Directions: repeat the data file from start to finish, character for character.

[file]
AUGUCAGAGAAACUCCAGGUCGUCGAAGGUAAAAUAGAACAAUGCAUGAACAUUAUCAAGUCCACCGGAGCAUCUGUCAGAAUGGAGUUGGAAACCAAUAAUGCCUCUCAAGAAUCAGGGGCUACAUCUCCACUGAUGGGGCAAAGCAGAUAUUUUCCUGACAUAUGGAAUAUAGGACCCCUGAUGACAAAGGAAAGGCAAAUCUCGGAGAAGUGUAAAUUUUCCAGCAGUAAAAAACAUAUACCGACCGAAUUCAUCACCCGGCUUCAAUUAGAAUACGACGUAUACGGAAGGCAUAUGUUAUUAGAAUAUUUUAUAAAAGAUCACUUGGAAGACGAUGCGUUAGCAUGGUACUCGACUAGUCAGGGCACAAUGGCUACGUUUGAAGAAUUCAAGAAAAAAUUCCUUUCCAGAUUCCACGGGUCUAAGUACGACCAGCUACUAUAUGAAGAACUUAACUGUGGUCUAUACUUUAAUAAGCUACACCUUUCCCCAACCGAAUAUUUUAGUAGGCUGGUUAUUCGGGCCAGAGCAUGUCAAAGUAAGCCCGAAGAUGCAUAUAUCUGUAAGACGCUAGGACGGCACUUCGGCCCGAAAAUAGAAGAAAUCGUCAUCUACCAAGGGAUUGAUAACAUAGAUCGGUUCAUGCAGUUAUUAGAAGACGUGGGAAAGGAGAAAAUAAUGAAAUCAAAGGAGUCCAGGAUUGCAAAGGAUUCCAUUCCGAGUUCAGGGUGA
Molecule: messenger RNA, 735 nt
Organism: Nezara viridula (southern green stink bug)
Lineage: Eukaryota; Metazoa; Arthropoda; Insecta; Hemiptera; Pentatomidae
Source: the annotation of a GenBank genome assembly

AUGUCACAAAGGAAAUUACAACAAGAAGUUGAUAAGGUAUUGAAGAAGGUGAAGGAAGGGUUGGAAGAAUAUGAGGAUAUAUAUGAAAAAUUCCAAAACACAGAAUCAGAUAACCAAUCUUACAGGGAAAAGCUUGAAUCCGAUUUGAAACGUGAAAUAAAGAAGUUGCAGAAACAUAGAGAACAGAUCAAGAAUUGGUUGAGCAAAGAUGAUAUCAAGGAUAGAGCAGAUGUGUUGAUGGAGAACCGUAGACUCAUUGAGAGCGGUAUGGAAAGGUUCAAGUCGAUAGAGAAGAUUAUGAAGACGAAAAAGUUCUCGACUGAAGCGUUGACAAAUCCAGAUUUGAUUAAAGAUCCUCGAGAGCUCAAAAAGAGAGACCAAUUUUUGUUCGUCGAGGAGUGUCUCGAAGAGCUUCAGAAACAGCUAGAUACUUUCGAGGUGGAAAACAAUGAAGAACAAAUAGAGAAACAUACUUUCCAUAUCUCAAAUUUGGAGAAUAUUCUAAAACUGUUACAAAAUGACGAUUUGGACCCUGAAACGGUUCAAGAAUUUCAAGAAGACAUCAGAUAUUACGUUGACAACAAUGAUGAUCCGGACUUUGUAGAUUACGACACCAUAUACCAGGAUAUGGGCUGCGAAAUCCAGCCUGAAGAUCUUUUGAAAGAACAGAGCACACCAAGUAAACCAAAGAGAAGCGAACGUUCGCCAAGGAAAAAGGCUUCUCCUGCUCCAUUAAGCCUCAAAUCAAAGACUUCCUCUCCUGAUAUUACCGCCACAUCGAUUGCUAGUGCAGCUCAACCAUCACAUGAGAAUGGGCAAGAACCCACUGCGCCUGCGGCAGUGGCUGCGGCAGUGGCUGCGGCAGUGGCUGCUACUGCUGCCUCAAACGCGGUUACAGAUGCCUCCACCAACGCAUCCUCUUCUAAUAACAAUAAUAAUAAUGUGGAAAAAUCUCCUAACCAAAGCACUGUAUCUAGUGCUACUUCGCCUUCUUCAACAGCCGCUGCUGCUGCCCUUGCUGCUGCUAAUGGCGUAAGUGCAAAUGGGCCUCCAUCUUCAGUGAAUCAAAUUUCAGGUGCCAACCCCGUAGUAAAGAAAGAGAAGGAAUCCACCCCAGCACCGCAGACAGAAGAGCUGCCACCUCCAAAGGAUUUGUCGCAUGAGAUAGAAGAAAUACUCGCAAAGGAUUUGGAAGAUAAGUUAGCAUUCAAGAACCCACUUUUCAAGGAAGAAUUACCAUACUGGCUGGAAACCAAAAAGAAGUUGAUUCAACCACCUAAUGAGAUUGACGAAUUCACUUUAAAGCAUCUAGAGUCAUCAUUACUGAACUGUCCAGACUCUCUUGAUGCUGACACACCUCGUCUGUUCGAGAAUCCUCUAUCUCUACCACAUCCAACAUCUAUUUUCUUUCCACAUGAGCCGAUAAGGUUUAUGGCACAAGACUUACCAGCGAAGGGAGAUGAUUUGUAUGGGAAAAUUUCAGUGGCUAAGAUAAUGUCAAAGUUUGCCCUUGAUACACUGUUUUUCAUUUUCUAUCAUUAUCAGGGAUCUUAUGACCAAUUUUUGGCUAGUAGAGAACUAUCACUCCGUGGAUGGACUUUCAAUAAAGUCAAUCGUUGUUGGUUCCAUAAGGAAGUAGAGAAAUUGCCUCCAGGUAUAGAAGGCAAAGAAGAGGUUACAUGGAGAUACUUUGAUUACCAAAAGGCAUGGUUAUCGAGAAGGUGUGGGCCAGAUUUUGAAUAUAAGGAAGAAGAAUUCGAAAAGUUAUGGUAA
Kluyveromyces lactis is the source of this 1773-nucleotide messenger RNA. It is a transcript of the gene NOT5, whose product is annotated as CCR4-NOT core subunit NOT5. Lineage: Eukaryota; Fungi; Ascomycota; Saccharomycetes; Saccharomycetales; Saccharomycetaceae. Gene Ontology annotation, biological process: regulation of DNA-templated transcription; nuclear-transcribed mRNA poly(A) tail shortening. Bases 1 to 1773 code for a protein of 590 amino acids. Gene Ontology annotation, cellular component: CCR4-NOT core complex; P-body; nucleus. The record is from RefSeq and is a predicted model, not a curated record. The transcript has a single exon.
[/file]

AUGUCAGAGAAACUCCAGGUCGUCGAAGGUAAAAUAGAACAAUGCAUGAACAUUAUCAAGUCCACCGGAGCAUCUGUCAGAAUGGAGUUGGAAACCAAUAAUGCCUCUCAAGAAUCAGGGGCUACAUCUCCACUGAUGGGGCAAAGCAGAUAUUUUCCUGACAUAUGGAAUAUAGGACCCCUGAUGACAAAGGAAAGGCAAAUCUCGGAGAAGUGUAAAUUUUCCAGCAGUAAAAAACAUAUACCGACCGAAUUCAUCACCCGGCUUCAAUUAGAAUACGACGUAUACGGAAGGCAUAUGUUAUUAGAAUAUUUUAUAAAAGAUCACUUGGAAGACGAUGCGUUAGCAUGGUACUCGACUAGUCAGGGCACAAUGGCUACGUUUGAAGAAUUCAAGAAAAAAUUCCUUUCCAGAUUCCACGGGUCUAAGUACGACCAGCUACUAUAUGAAGAACUUAACUGUGGUCUAUACUUUAAUAAGCUACACCUUUCCCCAACCGAAUAUUUUAGUAGGCUGGUUAUUCGGGCCAGAGCAUGUCAAAGUAAGCCCGAAGAUGCAUAUAUCUGUAAGACGCUAGGACGGCACUUCGGCCCGAAAAUAGAAGAAAUCGUCAUCUACCAAGGGAUUGAUAACAUAGAUCGGUUCAUGCAGUUAUUAGAAGACGUGGGAAAGGAGAAAAUAAUGAAAUCAAAGGAGUCCAGGAUUGCAAAGGAUUCCAUUCCGAGUUCAGGGUGA
Molecule: messenger RNA, 735 nt
Organism: Nezara viridula (southern green stink bug)
Lineage: Eukaryota; Metazoa; Arthropoda; Insecta; Hemiptera; Pentatomidae
Source: the annotation of a GenBank genome assembly

AUGUCACAAAGGAAAUUACAACAAGAAGUUGAUAAGGUAUUGAAGAAGGUGAAGGAAGGGUUGGAAGAAUAUGAGGAUAUAUAUGAAAAAUUCCAAAACACAGAAUCAGAUAACCAAUCUUACAGGGAAAAGCUUGAAUCCGAUUUGAAACGUGAAAUAAAGAAGUUGCAGAAACAUAGAGAACAGAUCAAGAAUUGGUUGAGCAAAGAUGAUAUCAAGGAUAGAGCAGAUGUGUUGAUGGAGAACCGUAGACUCAUUGAGAGCGGUAUGGAAAGGUUCAAGUCGAUAGAGAAGAUUAUGAAGACGAAAAAGUUCUCGACUGAAGCGUUGACAAAUCCAGAUUUGAUUAAAGAUCCUCGAGAGCUCAAAAAGAGAGACCAAUUUUUGUUCGUCGAGGAGUGUCUCGAAGAGCUUCAGAAACAGCUAGAUACUUUCGAGGUGGAAAACAAUGAAGAACAAAUAGAGAAACAUACUUUCCAUAUCUCAAAUUUGGAGAAUAUUCUAAAACUGUUACAAAAUGACGAUUUGGACCCUGAAACGGUUCAAGAAUUUCAAGAAGACAUCAGAUAUUACGUUGACAACAAUGAUGAUCCGGACUUUGUAGAUUACGACACCAUAUACCAGGAUAUGGGCUGCGAAAUCCAGCCUGAAGAUCUUUUGAAAGAACAGAGCACACCAAGUAAACCAAAGAGAAGCGAACGUUCGCCAAGGAAAAAGGCUUCUCCUGCUCCAUUAAGCCUCAAAUCAAAGACUUCCUCUCCUGAUAUUACCGCCACAUCGAUUGCUAGUGCAGCUCAACCAUCACAUGAGAAUGGGCAAGAACCCACUGCGCCUGCGGCAGUGGCUGCGGCAGUGGCUGCGGCAGUGGCUGCUACUGCUGCCUCAAACGCGGUUACAGAUGCCUCCACCAACGCAUCCUCUUCUAAUAACAAUAAUAAUAAUGUGGAAAAAUCUCCUAACCAAAGCACUGUAUCUAGUGCUACUUCGCCUUCUUCAACAGCCGCUGCUGCUGCCCUUGCUGCUGCUAAUGGCGUAAGUGCAAAUGGGCCUCCAUCUUCAGUGAAUCAAAUUUCAGGUGCCAACCCCGUAGUAAAGAAAGAGAAGGAAUCCACCCCAGCACCGCAGACAGAAGAGCUGCCACCUCCAAAGGAUUUGUCGCAUGAGAUAGAAGAAAUACUCGCAAAGGAUUUGGAAGAUAAGUUAGCAUUCAAGAACCCACUUUUCAAGGAAGAAUUACCAUACUGGCUGGAAACCAAAAAGAAGUUGAUUCAACCACCUAAUGAGAUUGACGAAUUCACUUUAAAGCAUCUAGAGUCAUCAUUACUGAACUGUCCAGACUCUCUUGAUGCUGACACACCUCGUCUGUUCGAGAAUCCUCUAUCUCUACCACAUCCAACAUCUAUUUUCUUUCCACAUGAGCCGAUAAGGUUUAUGGCACAAGACUUACCAGCGAAGGGAGAUGAUUUGUAUGGGAAAAUUUCAGUGGCUAAGAUAAUGUCAAAGUUUGCCCUUGAUACACUGUUUUUCAUUUUCUAUCAUUAUCAGGGAUCUUAUGACCAAUUUUUGGCUAGUAGAGAACUAUCACUCCGUGGAUGGACUUUCAAUAAAGUCAAUCGUUGUUGGUUCCAUAAGGAAGUAGAGAAAUUGCCUCCAGGUAUAGAAGGCAAAGAAGAGGUUACAUGGAGAUACUUUGAUUACCAAAAGGCAUGGUUAUCGAGAAGGUGUGGGCCAGAUUUUGAAUAUAAGGAAGAAGAAUUCGAAAAGUUAUGGUAA
Kluyveromyces lactis is the source of this 1773-nucleotide messenger RNA. It is a transcript of the gene NOT5, whose product is annotated as CCR4-NOT core subunit NOT5. Lineage: Eukaryota; Fungi; Ascomycota; Saccharomycetes; Saccharomycetales; Saccharomycetaceae. Gene Ontology annotation, biological process: regulation of DNA-templated transcription; nuclear-transcribed mRNA poly(A) tail shortening. Bases 1 to 1773 code for a protein of 590 amino acids. Gene Ontology annotation, cellular component: CCR4-NOT core complex; P-body; nucleus. The record is from RefSeq and is a predicted model, not a curated record. The transcript has a single exon.